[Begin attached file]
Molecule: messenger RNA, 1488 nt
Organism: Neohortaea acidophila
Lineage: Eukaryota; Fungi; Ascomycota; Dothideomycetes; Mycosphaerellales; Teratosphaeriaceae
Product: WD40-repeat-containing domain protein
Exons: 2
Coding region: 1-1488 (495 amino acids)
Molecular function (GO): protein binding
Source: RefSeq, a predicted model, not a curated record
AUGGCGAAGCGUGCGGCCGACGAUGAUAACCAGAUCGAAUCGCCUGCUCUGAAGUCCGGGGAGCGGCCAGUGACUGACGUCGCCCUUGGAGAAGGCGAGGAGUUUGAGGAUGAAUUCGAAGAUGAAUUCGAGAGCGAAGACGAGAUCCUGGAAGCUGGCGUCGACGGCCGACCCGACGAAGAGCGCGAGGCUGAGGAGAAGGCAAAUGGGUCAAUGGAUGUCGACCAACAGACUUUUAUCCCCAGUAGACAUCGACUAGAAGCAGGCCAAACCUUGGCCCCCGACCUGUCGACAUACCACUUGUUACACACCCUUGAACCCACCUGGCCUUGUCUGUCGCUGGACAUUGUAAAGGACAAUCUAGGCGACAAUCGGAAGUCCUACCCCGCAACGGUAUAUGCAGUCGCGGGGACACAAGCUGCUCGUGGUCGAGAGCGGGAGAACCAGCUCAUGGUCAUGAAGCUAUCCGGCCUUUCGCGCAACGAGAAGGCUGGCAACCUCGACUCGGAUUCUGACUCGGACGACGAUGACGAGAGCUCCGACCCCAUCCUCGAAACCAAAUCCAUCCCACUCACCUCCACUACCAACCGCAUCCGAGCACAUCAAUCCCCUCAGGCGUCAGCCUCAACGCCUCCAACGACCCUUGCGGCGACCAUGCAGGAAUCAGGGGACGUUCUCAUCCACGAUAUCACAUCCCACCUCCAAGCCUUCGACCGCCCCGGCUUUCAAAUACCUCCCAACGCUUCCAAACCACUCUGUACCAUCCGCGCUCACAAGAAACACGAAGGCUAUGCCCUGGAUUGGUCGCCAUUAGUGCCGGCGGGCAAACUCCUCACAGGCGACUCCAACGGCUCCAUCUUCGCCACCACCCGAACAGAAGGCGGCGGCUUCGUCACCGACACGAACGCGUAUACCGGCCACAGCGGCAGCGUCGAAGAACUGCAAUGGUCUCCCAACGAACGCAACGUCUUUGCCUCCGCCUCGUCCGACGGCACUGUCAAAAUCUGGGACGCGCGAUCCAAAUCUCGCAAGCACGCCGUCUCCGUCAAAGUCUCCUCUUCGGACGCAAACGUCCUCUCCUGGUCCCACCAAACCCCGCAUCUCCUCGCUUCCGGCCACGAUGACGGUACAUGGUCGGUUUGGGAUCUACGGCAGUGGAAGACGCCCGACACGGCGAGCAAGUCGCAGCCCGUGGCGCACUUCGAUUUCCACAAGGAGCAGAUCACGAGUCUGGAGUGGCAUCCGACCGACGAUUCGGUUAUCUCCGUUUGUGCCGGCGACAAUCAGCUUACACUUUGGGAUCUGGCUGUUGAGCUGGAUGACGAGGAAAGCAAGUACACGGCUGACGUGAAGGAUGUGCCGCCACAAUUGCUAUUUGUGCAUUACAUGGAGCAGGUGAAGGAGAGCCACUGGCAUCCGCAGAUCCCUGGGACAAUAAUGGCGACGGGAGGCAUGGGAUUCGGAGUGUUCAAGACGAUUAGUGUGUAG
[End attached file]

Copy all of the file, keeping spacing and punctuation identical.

Molecule: messenger RNA, 1488 nt
Organism: Neohortaea acidophila
Lineage: Eukaryota; Fungi; Ascomycota; Dothideomycetes; Mycosphaerellales; Teratosphaeriaceae
Product: WD40-repeat-containing domain protein
Exons: 2
Coding region: 1-1488 (495 amino acids)
Molecular function (GO): protein binding
Source: RefSeq, a predicted model, not a curated record
AUGGCGAAGCGUGCGGCCGACGAUGAUAACCAGAUCGAAUCGCCUGCUCUGAAGUCCGGGGAGCGGCCAGUGACUGACGUCGCCCUUGGAGAAGGCGAGGAGUUUGAGGAUGAAUUCGAAGAUGAAUUCGAGAGCGAAGACGAGAUCCUGGAAGCUGGCGUCGACGGCCGACCCGACGAAGAGCGCGAGGCUGAGGAGAAGGCAAAUGGGUCAAUGGAUGUCGACCAACAGACUUUUAUCCCCAGUAGACAUCGACUAGAAGCAGGCCAAACCUUGGCCCCCGACCUGUCGACAUACCACUUGUUACACACCCUUGAACCCACCUGGCCUUGUCUGUCGCUGGACAUUGUAAAGGACAAUCUAGGCGACAAUCGGAAGUCCUACCCCGCAACGGUAUAUGCAGUCGCGGGGACACAAGCUGCUCGUGGUCGAGAGCGGGAGAACCAGCUCAUGGUCAUGAAGCUAUCCGGCCUUUCGCGCAACGAGAAGGCUGGCAACCUCGACUCGGAUUCUGACUCGGACGACGAUGACGAGAGCUCCGACCCCAUCCUCGAAACCAAAUCCAUCCCACUCACCUCCACUACCAACCGCAUCCGAGCACAUCAAUCCCCUCAGGCGUCAGCCUCAACGCCUCCAACGACCCUUGCGGCGACCAUGCAGGAAUCAGGGGACGUUCUCAUCCACGAUAUCACAUCCCACCUCCAAGCCUUCGACCGCCCCGGCUUUCAAAUACCUCCCAACGCUUCCAAACCACUCUGUACCAUCCGCGCUCACAAGAAACACGAAGGCUAUGCCCUGGAUUGGUCGCCAUUAGUGCCGGCGGGCAAACUCCUCACAGGCGACUCCAACGGCUCCAUCUUCGCCACCACCCGAACAGAAGGCGGCGGCUUCGUCACCGACACGAACGCGUAUACCGGCCACAGCGGCAGCGUCGAAGAACUGCAAUGGUCUCCCAACGAACGCAACGUCUUUGCCUCCGCCUCGUCCGACGGCACUGUCAAAAUCUGGGACGCGCGAUCCAAAUCUCGCAAGCACGCCGUCUCCGUCAAAGUCUCCUCUUCGGACGCAAACGUCCUCUCCUGGUCCCACCAAACCCCGCAUCUCCUCGCUUCCGGCCACGAUGACGGUACAUGGUCGGUUUGGGAUCUACGGCAGUGGAAGACGCCCGACACGGCGAGCAAGUCGCAGCCCGUGGCGCACUUCGAUUUCCACAAGGAGCAGAUCACGAGUCUGGAGUGGCAUCCGACCGACGAUUCGGUUAUCUCCGUUUGUGCCGGCGACAAUCAGCUUACACUUUGGGAUCUGGCUGUUGAGCUGGAUGACGAGGAAAGCAAGUACACGGCUGACGUGAAGGAUGUGCCGCCACAAUUGCUAUUUGUGCAUUACAUGGAGCAGGUGAAGGAGAGCCACUGGCAUCCGCAGAUCCCUGGGACAAUAAUGGCGACGGGAGGCAUGGGAUUCGGAGUGUUCAAGACGAUUAGUGUGUAG